Microsoft Releases Enterprise Windows Vista CTP

 
 
By Peter Galli  |  Posted 2006-02-22 Email Print this article Print
 
 
 
 
 
 
 

This business-oriented Vista CTP is feature-complete for the first time and includes a new user state migration toolkit.

Microsoft made the February CTP (Community Technology Preview) for Windows Vista available to testers on Feb. 22, saying this is an enterprise release that was also feature-complete for the first time. The Redmond, Wash. software maker also gave information about a number of deployment tools and imaging technologies that will be made available alongside Vista, including the Windows Vista Application Compatibility Toolkit, the new user state migration toolkit and the new image format that provides neutrality across languages and form factors.
But Michael Burk, a product manager for Windows Vista, declined to give any information about the software giants plans for Windows Vista SKUs, saying this would be released shortly.
Brad Goldberg, the general manager of Windows Client Product management, also stressed in a media and analyst teleconference that Windows Vista was not so much a consumer focused release as a business oriented one. "While there is a lot of cool stuff in the release that consumers will be excited about, Windows Vista is as much, if not more, a business focused release that will provide significant value for business customers," he said. Click here to read more about the latest Windows Vista CTP release.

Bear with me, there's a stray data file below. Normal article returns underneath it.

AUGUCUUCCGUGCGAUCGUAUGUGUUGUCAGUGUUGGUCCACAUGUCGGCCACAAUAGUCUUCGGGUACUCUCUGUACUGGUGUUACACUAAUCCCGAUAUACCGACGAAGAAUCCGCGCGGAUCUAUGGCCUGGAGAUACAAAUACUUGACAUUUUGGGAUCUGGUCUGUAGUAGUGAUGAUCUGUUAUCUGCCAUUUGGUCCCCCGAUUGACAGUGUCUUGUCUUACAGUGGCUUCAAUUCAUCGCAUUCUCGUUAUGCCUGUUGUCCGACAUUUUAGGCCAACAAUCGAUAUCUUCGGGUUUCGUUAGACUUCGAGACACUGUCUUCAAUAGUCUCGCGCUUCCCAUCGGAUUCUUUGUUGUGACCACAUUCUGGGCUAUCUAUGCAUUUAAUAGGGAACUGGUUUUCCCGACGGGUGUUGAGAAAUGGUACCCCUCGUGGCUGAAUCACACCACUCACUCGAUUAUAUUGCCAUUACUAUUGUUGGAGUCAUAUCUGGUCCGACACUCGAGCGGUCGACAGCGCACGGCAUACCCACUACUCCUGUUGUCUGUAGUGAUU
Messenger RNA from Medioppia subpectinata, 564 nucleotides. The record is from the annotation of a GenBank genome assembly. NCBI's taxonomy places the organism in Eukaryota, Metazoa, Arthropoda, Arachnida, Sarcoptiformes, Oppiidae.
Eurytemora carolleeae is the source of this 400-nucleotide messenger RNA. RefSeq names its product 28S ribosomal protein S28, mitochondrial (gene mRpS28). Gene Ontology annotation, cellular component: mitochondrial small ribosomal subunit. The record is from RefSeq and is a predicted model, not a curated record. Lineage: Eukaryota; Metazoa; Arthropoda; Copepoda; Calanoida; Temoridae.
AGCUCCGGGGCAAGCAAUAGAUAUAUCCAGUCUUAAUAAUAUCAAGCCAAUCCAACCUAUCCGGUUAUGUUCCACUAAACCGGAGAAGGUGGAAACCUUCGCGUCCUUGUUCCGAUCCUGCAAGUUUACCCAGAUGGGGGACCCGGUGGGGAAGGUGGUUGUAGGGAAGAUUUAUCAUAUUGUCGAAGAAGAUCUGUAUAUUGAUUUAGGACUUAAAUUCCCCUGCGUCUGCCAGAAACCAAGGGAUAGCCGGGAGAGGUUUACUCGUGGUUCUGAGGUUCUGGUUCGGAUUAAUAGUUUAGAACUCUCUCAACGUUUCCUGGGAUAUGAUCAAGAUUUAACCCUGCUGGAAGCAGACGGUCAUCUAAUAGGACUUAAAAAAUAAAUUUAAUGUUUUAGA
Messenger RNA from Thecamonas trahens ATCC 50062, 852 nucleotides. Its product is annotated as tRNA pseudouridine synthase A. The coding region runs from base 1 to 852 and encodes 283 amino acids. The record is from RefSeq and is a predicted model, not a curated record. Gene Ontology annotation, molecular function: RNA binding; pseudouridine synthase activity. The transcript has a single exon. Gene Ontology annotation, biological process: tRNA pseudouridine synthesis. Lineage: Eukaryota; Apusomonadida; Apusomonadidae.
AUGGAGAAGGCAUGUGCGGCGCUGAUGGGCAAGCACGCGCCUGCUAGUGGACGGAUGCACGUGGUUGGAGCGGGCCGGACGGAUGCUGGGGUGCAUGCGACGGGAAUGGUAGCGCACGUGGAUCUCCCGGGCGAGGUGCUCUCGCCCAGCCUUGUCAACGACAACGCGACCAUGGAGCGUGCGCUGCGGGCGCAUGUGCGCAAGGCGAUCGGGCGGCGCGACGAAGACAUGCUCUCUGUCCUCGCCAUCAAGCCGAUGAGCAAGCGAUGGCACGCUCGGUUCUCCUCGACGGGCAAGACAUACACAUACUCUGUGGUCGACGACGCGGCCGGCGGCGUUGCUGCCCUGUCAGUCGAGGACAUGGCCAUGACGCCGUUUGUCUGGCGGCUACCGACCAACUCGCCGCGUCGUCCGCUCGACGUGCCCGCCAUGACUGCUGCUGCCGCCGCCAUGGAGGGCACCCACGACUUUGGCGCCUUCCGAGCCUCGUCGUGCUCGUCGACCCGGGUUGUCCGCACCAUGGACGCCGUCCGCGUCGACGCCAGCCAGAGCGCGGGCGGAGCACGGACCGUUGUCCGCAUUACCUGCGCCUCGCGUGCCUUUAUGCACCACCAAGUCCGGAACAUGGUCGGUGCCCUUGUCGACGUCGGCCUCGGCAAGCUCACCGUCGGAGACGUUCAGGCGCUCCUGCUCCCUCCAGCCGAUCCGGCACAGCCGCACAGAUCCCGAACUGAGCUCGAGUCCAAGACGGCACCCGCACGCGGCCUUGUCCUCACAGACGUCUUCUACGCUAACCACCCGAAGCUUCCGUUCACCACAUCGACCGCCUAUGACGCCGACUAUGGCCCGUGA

But, while this was the enterprise Vista CTP release and targeted at testers within companies and enterprises, the next CTP release, which will be made available next quarter, will be targeted at the broader consumer market, he said. Microsoft had also, with Windows Vista, moved beyond its previous policy of having a single, beta 2 release. All of the CTP previews formed part of the broader beta 2 release, Goldberg said, adding that this second beta process would culminate in the CTP release made available in the next quarter. However, there will also be additional CTPs beyond that one, he said. "The product is also on track for release in the second half of this year, but the final release date will be determined by quality," he said. This enterprise CTP addresses a number of customer issues, especially around the four main challenges enterprises face when deploying new versions of Windows on their PCs. The first is around application compatibility and how the new operating system would impact the existing environment, Goldberg said. Microsoft had developed the Windows Vista Application Compatibility Toolkit alongside the release of Vista, which was a shift for the company. A beta of this will be released at the same time as the next CTP release and will allow organizations to start understanding overall compatibility in their organization and what the actual impact will be, he said. There will also be a new user state migration toolkit available soon, to help organizations migrate data off existing machines and onto new ones. "We have also addressed the cost and complexity around images. Industry data shows that most organizations spend about $100,000 per unique image they need to manage at the operating system level," he said. Half of IT professionals told Microsoft that hardware platforms were the single biggest factor in preventing them from driving image management costs down. Windows Vista would thus have a new image format that provides language and hardware neutrality from an image perspective, so that customers can use this to move to a consistent image model and drive down the numbers of images they need to manage separately, he said. Next Page: Reducing manual labor.